13. One example, an important standard created to work on Web and that makes data interoperability, is the metadata that is largely used to "tag" content. The RDF model has a strong influence on metadata on the Web. Conceptually, the RDF data model does not create trees, because it isn’t based on a hierarchical model. That’s the same fundamental philosophy of the HTTP protocol. The way that similar data models, or the way we store data, or the architecure of the platform can also be used to centralize services intrigued me.

    Figure showing RDF relationships representation
  14. So, I stepped by the work of Cristopher Alexander. He inspired several movements of programming languages creation, especially object oriented languages. He influenced even in agile methodologies and patterns for the design of programming languages itself. But his main work regards urban design. In his research evolved into several branches of design, embracing sustainable design and design for communities. His work with patterns aimed to create a visual ontology to transform architecture into something that more people could apply.

    Slide that presents some qualities of the work of cristopher Alexander and how incredible he is
  15. The way he described cities, and the calculus of mathematical origins to oppression and the free flow of information in the urban environment, considering them as interfaces to the movement of information, called my attention. I assume that the representations on the Web, and the regulations to what we are bowed, are easier to redesign than cities. Because of that, the idea that the digital environment is a overlay of urban spaces comes in hand to find specific strategies to liberate humans from total control, even that we go completely digital and networked.

    Slide with the drawings that exemplifies differences between trees and semilaticces
  16. Interaction design is full of patterns. HTML5 markup language is full of patterns, that transform themselves into interfaces that can be read as patterns too - such as menus, footer, sidebars and so on. Consider them as bricks of the Urban Digital environment. Tracing similarities between patterns can help us understand how to deal with the elements present in the digital urban spaces.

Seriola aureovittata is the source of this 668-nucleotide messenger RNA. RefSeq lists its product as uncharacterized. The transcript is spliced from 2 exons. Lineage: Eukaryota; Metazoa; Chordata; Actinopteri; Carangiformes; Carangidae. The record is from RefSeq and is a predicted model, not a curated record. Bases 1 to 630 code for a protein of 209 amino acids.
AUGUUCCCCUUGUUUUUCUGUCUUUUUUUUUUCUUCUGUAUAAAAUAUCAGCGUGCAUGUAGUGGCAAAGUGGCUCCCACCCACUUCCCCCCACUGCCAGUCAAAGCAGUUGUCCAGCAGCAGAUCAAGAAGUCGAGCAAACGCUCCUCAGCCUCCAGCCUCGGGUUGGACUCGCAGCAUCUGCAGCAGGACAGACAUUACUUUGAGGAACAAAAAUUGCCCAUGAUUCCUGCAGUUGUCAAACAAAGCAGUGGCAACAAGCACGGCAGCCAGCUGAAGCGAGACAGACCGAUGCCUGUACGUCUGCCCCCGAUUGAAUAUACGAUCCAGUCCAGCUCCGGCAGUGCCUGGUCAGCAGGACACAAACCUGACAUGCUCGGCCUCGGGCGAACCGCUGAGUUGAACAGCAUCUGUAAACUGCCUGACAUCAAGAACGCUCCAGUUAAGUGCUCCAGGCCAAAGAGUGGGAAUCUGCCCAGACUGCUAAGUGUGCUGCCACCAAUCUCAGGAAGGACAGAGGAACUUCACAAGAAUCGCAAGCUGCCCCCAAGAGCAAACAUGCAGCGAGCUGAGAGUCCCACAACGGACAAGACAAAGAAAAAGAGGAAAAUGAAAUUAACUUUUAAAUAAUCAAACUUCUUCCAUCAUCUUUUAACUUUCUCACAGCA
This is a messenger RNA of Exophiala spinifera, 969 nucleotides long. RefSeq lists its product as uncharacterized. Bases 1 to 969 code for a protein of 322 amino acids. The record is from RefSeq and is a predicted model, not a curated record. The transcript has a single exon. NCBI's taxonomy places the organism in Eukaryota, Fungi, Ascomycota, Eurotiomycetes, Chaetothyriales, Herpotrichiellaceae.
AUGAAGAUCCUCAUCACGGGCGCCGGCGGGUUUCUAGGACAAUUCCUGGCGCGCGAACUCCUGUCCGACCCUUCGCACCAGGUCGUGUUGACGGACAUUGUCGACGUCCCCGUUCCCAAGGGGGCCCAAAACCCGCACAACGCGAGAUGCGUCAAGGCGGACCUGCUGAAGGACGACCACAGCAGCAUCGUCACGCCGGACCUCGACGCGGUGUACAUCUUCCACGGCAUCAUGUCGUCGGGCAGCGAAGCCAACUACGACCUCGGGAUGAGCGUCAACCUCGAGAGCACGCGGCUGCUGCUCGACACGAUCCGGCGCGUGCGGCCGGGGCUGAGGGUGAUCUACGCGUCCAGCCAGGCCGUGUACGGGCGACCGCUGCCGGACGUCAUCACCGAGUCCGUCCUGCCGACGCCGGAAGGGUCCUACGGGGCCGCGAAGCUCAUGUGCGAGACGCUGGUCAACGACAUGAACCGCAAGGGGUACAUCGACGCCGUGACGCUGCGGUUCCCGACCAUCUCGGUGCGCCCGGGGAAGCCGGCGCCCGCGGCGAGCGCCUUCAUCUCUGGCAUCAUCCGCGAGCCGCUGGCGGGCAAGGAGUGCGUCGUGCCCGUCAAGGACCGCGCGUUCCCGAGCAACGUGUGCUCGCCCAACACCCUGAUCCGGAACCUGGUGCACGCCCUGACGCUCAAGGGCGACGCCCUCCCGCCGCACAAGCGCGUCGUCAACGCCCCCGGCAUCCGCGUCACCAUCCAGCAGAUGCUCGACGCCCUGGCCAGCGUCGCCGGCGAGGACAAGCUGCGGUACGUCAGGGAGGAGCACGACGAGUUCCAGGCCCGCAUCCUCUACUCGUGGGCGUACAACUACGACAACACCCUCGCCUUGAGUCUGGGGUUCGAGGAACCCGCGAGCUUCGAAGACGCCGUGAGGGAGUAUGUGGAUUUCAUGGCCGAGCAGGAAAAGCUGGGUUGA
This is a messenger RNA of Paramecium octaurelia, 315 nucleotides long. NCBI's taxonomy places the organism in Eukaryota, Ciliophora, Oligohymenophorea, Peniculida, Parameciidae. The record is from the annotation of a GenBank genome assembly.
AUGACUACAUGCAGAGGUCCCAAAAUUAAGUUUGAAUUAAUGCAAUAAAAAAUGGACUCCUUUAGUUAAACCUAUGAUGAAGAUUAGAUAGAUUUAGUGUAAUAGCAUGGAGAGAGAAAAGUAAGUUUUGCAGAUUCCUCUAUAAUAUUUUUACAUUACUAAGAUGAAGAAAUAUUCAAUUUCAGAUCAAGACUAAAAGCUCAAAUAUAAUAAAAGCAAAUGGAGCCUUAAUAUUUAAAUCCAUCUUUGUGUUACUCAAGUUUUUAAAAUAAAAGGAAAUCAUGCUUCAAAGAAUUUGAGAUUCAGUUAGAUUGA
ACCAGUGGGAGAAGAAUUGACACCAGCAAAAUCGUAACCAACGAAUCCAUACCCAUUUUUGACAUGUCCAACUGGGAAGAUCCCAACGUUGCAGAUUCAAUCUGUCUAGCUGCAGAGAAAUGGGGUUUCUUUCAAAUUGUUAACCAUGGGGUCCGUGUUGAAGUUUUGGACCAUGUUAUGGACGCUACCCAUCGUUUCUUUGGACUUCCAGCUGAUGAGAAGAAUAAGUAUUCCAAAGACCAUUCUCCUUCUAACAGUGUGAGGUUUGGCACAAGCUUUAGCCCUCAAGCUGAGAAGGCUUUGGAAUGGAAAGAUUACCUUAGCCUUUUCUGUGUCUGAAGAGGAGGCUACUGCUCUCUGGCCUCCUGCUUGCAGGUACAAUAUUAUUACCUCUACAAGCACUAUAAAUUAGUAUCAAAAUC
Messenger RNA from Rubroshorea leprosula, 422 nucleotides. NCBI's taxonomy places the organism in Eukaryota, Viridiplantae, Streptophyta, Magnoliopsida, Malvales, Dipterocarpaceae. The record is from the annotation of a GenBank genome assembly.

Citation of Cristopher Alexander, from his book on patterns
  17. This figure shows an example of the use patterns, as Nicolas Negroponte used that to map different types of interaction of humans with materials around cities.

    This slide shows the design of patterns made by Yona Friedman for Nicolas Negroponte patterns
  18. Here, another example of work with patterns. Pattern exploration can help us to give responses using design to trigger certain processes and behaviors.

    Patterns to create behavior
  19. Cristopher Alexander cataloged more than 200 patterns from cities. Some of them fit into Internet spaces. Also, it shows that information can interact within the context of the interdependence of platforms and apps. Digital topography must consider the platform as urbe.

    Design of a pattern
  20. So, the cycle of information that permeates the applications in which humans circulate with their digital fragments shows us that there is an overlap of small "cities." These towns are the applications. Sometimes, some applications share more users, like Facebook, Instagram, and Whatsapp. Given that they have more control over the information that flows, they can retain digital citizens in their limits. But, besides the overlap of apps as towns, the presence of different dimensions of information connecting users shows that an active subculture can take users from one application to another. Like Twitter and Facebook, for example. The flow of information in these subcultures liberates people from the walled digital cities.

  21. One f the patterns most easily comparable with digital urbe is the n.75: the family house. In this pattern, we observe the levels of privacy and the mapping of functions of each small environment. The private realms and the communal living are directly similar to private groups in apps versus public groups, or pages dedicated to conversation between many participants, open to occasional visitors.

    Similarities between patterns in the case of family houses
  22. The echo chambers may have design problems. Maybe conversations should be designed in order to guarantee values that are not embedded into the design of walls, or twitter feeds, for example.

  23. This is an ongoing research. Feedback is appreciated.

Possible Outcomes

  • Assume that we are building virtual cities;
  • Right to own a private space (privacy, freedom of expression)
  • Cryptography as legal argument to safe places;
  • Better spaces for communities;
  • Interfaces that connect beyond screen;
  • transparency to the user (in terms of presence)